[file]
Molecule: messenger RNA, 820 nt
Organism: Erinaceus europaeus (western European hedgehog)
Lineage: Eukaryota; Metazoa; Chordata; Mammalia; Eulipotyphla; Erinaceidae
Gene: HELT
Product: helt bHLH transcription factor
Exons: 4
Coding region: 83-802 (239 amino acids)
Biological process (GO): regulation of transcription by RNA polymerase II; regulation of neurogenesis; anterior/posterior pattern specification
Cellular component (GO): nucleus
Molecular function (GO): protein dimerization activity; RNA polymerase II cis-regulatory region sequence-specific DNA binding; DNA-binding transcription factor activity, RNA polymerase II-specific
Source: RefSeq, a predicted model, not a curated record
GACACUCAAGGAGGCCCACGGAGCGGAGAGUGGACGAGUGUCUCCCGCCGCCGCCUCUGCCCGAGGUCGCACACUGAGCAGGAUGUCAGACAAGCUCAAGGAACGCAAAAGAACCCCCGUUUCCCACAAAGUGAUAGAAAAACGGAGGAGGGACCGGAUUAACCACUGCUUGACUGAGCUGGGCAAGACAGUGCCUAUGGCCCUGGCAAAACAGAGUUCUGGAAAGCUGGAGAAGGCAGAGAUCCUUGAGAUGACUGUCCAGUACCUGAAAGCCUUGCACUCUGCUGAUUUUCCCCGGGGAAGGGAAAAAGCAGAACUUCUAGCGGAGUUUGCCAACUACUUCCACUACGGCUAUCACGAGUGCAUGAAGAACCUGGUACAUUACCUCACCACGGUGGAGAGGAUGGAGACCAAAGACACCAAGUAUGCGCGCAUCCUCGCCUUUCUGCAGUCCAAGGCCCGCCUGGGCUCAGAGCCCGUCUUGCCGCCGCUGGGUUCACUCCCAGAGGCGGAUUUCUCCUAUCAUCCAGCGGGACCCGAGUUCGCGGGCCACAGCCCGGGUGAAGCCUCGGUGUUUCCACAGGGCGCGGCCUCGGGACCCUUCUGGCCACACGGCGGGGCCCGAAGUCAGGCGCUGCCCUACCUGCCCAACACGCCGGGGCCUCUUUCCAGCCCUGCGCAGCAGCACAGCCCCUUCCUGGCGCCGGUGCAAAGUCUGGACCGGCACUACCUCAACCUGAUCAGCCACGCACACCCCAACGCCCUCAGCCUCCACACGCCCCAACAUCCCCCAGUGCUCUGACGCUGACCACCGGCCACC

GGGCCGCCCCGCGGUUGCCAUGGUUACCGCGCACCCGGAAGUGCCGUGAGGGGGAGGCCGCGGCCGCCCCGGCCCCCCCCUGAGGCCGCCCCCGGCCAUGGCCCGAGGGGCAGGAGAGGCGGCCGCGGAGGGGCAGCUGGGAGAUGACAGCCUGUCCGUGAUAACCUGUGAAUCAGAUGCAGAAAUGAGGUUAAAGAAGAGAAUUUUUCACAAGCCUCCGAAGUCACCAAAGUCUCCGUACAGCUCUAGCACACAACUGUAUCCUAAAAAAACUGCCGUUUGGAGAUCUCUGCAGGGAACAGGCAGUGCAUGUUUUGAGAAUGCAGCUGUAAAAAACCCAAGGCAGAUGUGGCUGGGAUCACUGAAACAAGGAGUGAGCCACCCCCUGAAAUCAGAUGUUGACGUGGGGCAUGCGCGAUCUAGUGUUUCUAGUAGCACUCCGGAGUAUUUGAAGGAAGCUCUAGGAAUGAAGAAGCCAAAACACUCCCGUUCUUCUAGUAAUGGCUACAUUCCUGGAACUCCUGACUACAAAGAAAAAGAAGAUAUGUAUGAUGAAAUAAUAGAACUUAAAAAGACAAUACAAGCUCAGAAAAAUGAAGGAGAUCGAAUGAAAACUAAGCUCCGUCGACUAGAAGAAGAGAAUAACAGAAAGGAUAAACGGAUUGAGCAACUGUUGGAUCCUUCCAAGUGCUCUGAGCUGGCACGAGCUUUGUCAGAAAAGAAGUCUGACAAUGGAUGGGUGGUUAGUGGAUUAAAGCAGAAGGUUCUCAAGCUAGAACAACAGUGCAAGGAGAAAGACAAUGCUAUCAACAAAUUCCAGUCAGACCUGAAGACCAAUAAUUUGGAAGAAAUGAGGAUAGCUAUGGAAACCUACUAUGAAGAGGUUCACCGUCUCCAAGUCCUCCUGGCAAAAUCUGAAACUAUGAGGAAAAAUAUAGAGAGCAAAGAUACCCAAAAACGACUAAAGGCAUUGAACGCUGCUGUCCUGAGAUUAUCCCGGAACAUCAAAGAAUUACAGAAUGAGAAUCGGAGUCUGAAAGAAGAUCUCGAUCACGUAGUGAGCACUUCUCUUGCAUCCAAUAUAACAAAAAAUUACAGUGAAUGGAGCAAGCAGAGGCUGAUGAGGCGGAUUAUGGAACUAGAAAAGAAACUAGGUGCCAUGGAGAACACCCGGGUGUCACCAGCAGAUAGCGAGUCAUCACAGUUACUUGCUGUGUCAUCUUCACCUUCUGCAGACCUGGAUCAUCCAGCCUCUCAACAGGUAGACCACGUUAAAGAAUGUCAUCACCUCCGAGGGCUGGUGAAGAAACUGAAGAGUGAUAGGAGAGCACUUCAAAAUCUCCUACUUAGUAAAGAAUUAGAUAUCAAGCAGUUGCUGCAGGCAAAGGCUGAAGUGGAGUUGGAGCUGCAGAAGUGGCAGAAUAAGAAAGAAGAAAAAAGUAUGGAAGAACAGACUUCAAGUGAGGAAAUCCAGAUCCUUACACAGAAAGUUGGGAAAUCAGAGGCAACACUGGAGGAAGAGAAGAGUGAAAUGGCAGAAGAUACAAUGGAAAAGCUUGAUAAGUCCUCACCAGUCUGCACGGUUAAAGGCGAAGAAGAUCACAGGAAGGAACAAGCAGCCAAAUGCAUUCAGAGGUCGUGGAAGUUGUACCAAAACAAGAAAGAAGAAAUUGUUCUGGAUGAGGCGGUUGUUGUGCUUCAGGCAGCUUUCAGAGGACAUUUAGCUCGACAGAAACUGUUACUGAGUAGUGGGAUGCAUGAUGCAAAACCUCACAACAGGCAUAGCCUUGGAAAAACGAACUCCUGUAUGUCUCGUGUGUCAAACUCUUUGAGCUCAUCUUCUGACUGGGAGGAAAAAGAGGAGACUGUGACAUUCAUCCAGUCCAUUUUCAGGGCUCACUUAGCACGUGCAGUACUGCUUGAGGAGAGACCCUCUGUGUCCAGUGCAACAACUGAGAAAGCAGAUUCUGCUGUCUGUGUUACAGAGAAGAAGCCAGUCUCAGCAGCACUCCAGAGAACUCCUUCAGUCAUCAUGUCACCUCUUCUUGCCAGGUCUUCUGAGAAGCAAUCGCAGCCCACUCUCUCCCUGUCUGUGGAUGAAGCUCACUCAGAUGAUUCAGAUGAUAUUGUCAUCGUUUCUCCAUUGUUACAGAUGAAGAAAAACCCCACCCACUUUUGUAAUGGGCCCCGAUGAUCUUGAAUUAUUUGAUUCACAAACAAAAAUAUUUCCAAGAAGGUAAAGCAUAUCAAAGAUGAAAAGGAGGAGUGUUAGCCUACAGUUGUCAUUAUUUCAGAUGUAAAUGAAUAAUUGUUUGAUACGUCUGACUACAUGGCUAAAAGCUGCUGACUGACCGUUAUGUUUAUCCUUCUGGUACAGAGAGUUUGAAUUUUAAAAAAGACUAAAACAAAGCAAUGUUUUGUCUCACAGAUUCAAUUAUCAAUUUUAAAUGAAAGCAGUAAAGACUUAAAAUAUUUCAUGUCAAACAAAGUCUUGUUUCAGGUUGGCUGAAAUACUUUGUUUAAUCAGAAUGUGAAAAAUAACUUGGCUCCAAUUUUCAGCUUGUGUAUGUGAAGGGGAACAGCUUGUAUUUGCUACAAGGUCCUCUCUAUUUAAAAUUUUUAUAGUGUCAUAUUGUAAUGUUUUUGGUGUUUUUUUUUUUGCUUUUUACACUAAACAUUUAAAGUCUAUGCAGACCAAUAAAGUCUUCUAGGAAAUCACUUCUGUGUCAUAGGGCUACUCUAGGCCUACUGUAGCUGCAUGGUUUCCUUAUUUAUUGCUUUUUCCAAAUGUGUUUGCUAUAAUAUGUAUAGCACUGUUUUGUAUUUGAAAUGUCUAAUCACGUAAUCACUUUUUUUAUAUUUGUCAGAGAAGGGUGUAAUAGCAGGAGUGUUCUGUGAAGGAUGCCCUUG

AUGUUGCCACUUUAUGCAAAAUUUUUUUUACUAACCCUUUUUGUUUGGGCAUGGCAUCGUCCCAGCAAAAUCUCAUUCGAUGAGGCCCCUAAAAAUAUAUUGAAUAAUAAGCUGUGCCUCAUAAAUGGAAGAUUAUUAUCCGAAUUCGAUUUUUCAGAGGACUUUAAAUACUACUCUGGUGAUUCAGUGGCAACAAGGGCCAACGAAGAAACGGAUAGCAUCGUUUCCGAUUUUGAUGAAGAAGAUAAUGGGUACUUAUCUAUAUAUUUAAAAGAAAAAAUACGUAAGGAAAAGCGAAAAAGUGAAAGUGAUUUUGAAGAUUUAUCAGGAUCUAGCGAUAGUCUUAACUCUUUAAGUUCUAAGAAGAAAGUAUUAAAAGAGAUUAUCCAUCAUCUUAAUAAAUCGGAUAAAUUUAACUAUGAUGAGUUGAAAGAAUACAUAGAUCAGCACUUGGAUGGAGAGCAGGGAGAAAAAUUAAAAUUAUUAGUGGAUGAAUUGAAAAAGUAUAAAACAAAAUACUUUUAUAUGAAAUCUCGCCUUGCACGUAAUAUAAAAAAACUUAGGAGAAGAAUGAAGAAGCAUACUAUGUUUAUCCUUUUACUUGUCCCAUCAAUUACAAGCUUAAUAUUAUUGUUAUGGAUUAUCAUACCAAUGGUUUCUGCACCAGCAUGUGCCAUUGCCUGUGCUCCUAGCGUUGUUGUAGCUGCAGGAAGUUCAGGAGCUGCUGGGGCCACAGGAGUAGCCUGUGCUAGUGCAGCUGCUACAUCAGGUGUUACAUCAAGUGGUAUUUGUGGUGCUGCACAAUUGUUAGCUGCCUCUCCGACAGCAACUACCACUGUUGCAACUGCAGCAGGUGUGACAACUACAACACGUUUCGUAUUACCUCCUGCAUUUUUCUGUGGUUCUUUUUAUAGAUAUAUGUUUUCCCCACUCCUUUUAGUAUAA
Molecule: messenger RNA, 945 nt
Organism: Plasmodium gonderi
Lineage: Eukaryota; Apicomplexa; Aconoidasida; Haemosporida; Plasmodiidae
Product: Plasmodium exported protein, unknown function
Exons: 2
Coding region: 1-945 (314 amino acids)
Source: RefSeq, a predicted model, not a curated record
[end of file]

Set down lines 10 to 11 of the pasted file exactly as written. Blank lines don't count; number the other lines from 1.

Molecular function (GO): protein dimerization activity; RNA polymerase II cis-regulatory region sequence-specific DNA binding; DNA-binding transcription factor activity, RNA polymerase II-specific
Source: RefSeq, a predicted model, not a curated record